CO2 fixation, sequestration and utilization are critical to combatting climate change. Faculty in the Center for Renewable Energy within civil, environmental, mechanical, electrical, chemical, and nuclear engineering and chemistry are advancing research in these processes through their efforts. Among their specific expertise and interests are renewably-powered recycling of carbon dioxide, artificial photosynthesis to convert carbon dioxide and water into hydrocarbon fuels, sustainable chemical synthesis, bioprocess modeling, and more. One ambitious research initiative has found that liquid and supercritical carbon dioxide droplets can be stabilized by particles creating emulsions that have several advantages for carbon dioxide sequestration in geologic formations or the deep oceans, and which can also be employed for enhanced oil recovery and other valuable applications.
- Asst. Prof. Michael Ross and his lab group of students and postdocs found that metallic alloy nanoparticles absorb higher energies of light in research funded by the NSF and Office of Naval Research. This discovery could help expand the applications of light-absorbing nanoparticles, with implications for everything from Covid-19 testing applications to new ways to recycle CO2 into a renewable energy source. Read more in the article: Chemistry Lab Makes Scientific Discovery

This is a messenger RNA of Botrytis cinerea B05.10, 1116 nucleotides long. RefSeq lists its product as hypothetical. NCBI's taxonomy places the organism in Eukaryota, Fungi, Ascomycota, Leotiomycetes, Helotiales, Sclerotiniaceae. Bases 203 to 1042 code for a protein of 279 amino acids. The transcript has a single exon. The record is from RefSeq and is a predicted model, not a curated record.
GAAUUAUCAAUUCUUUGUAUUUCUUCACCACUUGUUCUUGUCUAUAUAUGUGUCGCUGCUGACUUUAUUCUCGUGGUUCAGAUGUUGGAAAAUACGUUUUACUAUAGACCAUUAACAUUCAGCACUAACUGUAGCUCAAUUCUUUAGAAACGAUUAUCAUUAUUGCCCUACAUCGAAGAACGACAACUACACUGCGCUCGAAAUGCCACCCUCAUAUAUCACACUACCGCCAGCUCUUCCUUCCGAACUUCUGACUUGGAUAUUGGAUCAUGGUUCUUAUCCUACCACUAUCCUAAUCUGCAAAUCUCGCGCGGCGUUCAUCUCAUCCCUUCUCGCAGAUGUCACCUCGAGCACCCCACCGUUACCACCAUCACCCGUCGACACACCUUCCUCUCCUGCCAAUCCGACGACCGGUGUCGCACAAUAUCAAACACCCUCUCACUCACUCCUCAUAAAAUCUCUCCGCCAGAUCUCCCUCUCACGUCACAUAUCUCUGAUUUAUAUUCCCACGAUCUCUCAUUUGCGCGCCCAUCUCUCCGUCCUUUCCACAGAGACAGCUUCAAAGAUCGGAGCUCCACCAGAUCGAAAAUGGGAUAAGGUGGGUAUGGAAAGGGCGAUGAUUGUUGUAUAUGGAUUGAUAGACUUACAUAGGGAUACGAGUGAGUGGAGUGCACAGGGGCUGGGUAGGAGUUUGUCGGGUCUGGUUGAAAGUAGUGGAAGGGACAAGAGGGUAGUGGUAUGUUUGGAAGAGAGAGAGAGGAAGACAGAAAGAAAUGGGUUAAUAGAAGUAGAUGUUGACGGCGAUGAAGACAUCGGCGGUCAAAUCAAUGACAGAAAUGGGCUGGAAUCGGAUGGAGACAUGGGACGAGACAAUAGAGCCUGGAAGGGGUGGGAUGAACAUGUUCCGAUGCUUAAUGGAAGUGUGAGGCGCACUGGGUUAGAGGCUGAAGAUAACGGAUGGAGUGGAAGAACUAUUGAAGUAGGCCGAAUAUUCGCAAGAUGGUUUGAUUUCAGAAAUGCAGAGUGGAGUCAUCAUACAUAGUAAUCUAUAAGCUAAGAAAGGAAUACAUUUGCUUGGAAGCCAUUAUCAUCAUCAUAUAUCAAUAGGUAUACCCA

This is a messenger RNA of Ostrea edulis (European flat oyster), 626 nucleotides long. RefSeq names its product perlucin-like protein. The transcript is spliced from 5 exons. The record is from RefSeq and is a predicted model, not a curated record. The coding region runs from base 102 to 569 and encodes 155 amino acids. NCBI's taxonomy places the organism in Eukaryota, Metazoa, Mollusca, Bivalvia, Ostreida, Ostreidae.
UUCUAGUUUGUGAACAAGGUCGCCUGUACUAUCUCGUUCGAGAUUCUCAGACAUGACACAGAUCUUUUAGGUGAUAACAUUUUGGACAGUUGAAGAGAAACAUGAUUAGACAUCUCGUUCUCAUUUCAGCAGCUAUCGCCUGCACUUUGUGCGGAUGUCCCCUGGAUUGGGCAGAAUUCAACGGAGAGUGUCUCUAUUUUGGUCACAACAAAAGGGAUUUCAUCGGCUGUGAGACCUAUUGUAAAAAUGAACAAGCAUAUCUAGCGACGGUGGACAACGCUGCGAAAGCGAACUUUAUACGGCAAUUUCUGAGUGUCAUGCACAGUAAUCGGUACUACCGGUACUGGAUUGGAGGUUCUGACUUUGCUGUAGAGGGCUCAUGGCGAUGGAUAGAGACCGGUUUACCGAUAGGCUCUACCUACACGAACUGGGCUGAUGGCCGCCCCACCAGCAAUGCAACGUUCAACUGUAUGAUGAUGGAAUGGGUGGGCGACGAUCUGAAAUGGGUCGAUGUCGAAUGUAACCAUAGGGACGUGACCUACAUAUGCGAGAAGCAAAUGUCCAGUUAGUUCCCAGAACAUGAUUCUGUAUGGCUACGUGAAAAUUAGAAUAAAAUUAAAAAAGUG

- Assistant Prof. Maria Carreon received an NSF CAREER Award of $538,659 for "Cold plasma intensified perovskite membrane technology for CO2 utilization,” a project aiming to reach energy-efficient and flexible chemical processing conditions. Plasma catalysis will be investigated as a more sustainable alternative to dry methane reforming. This technology could potentially expand employment and business opportunities in this field. Over the next five years, Prof. Carreon says that "specific emphasis will be given to the conversion of greenhouse gases such as CO2 and CH4.” Read more in the InsideLowell article, "Trahan Announces $1 million dollars in federal funding for UMass Lowell".